The local builtin command


local [option] name[=value] ...


local is identical to declare in every way, and takes all the same options, with two exceptions:

  • Usage outside of a function is an error. Both declare and local within a function have the same effect on variable scope, including the -g option.
  • local with no options prints variable names and values in the same format as declare with no options, except the variables are filtered to print only locals that were set in the same scope from which local was called. Variables in parent scopes are not printed.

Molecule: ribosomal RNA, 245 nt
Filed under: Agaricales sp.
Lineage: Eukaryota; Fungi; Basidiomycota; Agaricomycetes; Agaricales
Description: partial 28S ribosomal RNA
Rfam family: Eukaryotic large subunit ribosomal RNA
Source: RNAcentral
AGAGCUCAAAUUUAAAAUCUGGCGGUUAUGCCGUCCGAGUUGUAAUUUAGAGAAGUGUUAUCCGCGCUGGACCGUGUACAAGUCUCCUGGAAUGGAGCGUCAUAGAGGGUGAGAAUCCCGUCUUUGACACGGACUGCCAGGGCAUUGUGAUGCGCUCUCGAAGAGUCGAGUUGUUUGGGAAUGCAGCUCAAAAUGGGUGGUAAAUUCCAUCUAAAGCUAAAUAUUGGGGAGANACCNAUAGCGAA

Portability considerations

  • local is not specified by POSIX. Most bourne-like shells don't have a builtin called local, but some such as dash and the busybox shell do.
  • The behavior of function scope is not defined by POSIX, however local variables are implemented widely by bourne-like shells, and behavior differs substantially. Even thedash shell has local variables.
  • In ksh93, using POSIX-style function definitions, typeset doesn't set local variables, but rather acts upon variables of the next-outermost scope (e.g. setting attributes). Using typeset within functions defined using ksh function name { syntax, variables follow roughly lexical-scoping, except that functions themselves don't have scope, just like Bash. This means that even functions defined within a "function's scope" don't have access to non-local variables except through namerefs.

See also


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